With the fresh death of yet another child to gunfire just outside a school, Philadelphia School District chief executive Paul Vallas yesterday pushed city officials to attach two armed city police officers to about two dozen large high schools, but the police commissioner spurned the idea.
"I don't want to make schools armed penitentiaries," Commissioner Sylvester M. Johnson said.
Said Vallas: "The police have to have a presence in those schools. If you have two officers at the entrance to that school, and they're there every day, it helps with intelligence-gathering. They develop a rapport with those kids. They get to know the officers, and the officers get to know the kids."
On at least two previous occasions, Vallas has sought permission from Mayor Street's administration to use federal funding to station armed officers inside large city high schools.
But yesterday - on the heels of Monday's slaying of Jalil Speaks outside Strawberry Mansion High School - Vallas modified his pitch. Instead of asking that the officers be stationed inside the schools, he suggested that two officers, whose responsibilities would include lessons inside on safety issues, be based just outside and regularly patrol the immediate neighborhood. The district's own police force of 475 officers has arrest powers, but those officers do not carry guns.
Vallas, who met with Johnson and other city officials, proposed applying to the U.S. Department of Justice for $5 million to pay for about 40 officers a year for three years.
Debra Kahn, Mayor Street's education secretary, said there might be room for compromise between Johnson and Vallas in using federal money for more officers.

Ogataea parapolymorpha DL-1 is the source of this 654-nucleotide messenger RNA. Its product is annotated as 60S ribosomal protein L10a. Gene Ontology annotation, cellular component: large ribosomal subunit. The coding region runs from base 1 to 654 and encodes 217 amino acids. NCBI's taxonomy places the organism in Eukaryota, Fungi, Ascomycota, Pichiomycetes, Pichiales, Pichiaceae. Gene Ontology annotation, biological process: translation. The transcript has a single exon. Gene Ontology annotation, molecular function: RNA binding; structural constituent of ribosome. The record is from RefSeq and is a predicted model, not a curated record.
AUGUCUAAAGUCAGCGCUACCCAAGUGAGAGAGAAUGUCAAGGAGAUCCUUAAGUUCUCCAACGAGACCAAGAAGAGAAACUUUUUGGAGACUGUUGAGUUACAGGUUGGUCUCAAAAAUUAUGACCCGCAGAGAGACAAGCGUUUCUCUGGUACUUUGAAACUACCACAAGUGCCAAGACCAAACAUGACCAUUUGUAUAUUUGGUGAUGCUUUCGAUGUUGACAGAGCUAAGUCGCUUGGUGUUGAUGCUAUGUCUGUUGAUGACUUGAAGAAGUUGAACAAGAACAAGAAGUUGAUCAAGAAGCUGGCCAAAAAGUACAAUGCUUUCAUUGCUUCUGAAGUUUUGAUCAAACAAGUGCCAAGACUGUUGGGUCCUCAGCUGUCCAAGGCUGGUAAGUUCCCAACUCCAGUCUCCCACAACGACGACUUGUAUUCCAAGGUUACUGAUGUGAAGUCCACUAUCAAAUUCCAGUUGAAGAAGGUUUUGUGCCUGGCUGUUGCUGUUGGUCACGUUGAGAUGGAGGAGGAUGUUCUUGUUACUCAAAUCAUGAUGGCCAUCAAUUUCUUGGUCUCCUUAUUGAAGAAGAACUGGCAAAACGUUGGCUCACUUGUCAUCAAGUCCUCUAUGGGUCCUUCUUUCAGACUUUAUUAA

"We are not prepared to say what the specific deployment plan would be," she said. Johnson, she added, needs flexibility in assigning officers where they are needed most.
And, she emphasized, "we are not talking about armed police officers being stationed in schools."
Johnson said police officers already are assigned to patrol outside each city high schools as part of their beat. When conflicts intensify at certain schools, he said, he increases police presence there.
But, Johnson added, he has a city of 1.5 million people to protect.
"With all the problems we're having inside the city, I'm not going to commit 50, 100 officers every day to the schools," Johnson said. "We can't solve all the schools' problems."
He also challenged Vallas' assertion that officers stationed at school entrances would pick up intelligence.
"When you have 80 teachers inside a school, who will get the most information?" he asked.
He said that last month, he proposed to the district and other city agencies a collaborative effort to create better intelligence-gathering on troubles brewing in the schools.
Under that effort, which he called "Operation Safe Schools," various social-service agencies along with the school district and police would work together to collect and act on tips about trouble before it could break out. A 24-hour hotline would be established, and nonuniformed police would go into the schools to talk with students about the danger of drugs and violence.
Vallas said that he supported Johnson's proposal but that it
Vallas asserted that other cities, including New York, have received federal funding to put armed officers in schools.
In addition, he recommended that squad cars be stationed outside the high schools before classes and at dismissal.
He also said he would like to see an "Operation Night Light" program, similar to a program in Boston, in which probation officers and police visit the homes of young troublemakers at night. Educators often hear of trouble brewing between students, and such information could be passed on to law enforcement officers making such nightly visits, he said.
Meanwhile, the district will add $2 million worth of security cameras to schools, he said.